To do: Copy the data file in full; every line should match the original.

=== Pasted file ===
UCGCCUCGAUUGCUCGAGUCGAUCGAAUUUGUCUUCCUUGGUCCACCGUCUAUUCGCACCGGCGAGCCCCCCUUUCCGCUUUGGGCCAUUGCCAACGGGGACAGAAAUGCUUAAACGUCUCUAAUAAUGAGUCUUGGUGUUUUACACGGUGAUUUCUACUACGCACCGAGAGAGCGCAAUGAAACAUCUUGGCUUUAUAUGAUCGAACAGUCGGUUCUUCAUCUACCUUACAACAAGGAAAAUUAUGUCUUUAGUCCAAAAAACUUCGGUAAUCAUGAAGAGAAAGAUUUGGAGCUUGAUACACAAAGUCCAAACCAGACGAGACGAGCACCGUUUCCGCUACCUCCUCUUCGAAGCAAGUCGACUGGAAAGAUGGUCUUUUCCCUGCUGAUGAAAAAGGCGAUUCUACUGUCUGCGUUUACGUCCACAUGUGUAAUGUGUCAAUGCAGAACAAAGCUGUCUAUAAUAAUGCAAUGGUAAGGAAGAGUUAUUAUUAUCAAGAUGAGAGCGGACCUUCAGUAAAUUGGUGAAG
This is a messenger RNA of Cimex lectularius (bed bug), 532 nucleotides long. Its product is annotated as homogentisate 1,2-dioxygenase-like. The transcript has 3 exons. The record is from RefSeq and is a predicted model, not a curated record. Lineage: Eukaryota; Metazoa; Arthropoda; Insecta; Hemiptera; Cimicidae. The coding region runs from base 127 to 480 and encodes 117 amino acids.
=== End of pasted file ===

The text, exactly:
UCGCCUCGAUUGCUCGAGUCGAUCGAAUUUGUCUUCCUUGGUCCACCGUCUAUUCGCACCGGCGAGCCCCCCUUUCCGCUUUGGGCCAUUGCCAACGGGGACAGAAAUGCUUAAACGUCUCUAAUAAUGAGUCUUGGUGUUUUACACGGUGAUUUCUACUACGCACCGAGAGAGCGCAAUGAAACAUCUUGGCUUUAUAUGAUCGAACAGUCGGUUCUUCAUCUACCUUACAACAAGGAAAAUUAUGUCUUUAGUCCAAAAAACUUCGGUAAUCAUGAAGAGAAAGAUUUGGAGCUUGAUACACAAAGUCCAAACCAGACGAGACGAGCACCGUUUCCGCUACCUCCUCUUCGAAGCAAGUCGACUGGAAAGAUGGUCUUUUCCCUGCUGAUGAAAAAGGCGAUUCUACUGUCUGCGUUUACGUCCACAUGUGUAAUGUGUCAAUGCAGAACAAAGCUGUCUAUAAUAAUGCAAUGGUAAGGAAGAGUUAUUAUUAUCAAGAUGAGAGCGGACCUUCAGUAAAUUGGUGAAG
This is a messenger RNA of Cimex lectularius (bed bug), 532 nucleotides long. Its product is annotated as homogentisate 1,2-dioxygenase-like. The transcript has 3 exons. The record is from RefSeq and is a predicted model, not a curated record. Lineage: Eukaryota; Metazoa; Arthropoda; Insecta; Hemiptera; Cimicidae. The coding region runs from base 127 to 480 and encodes 117 amino acids.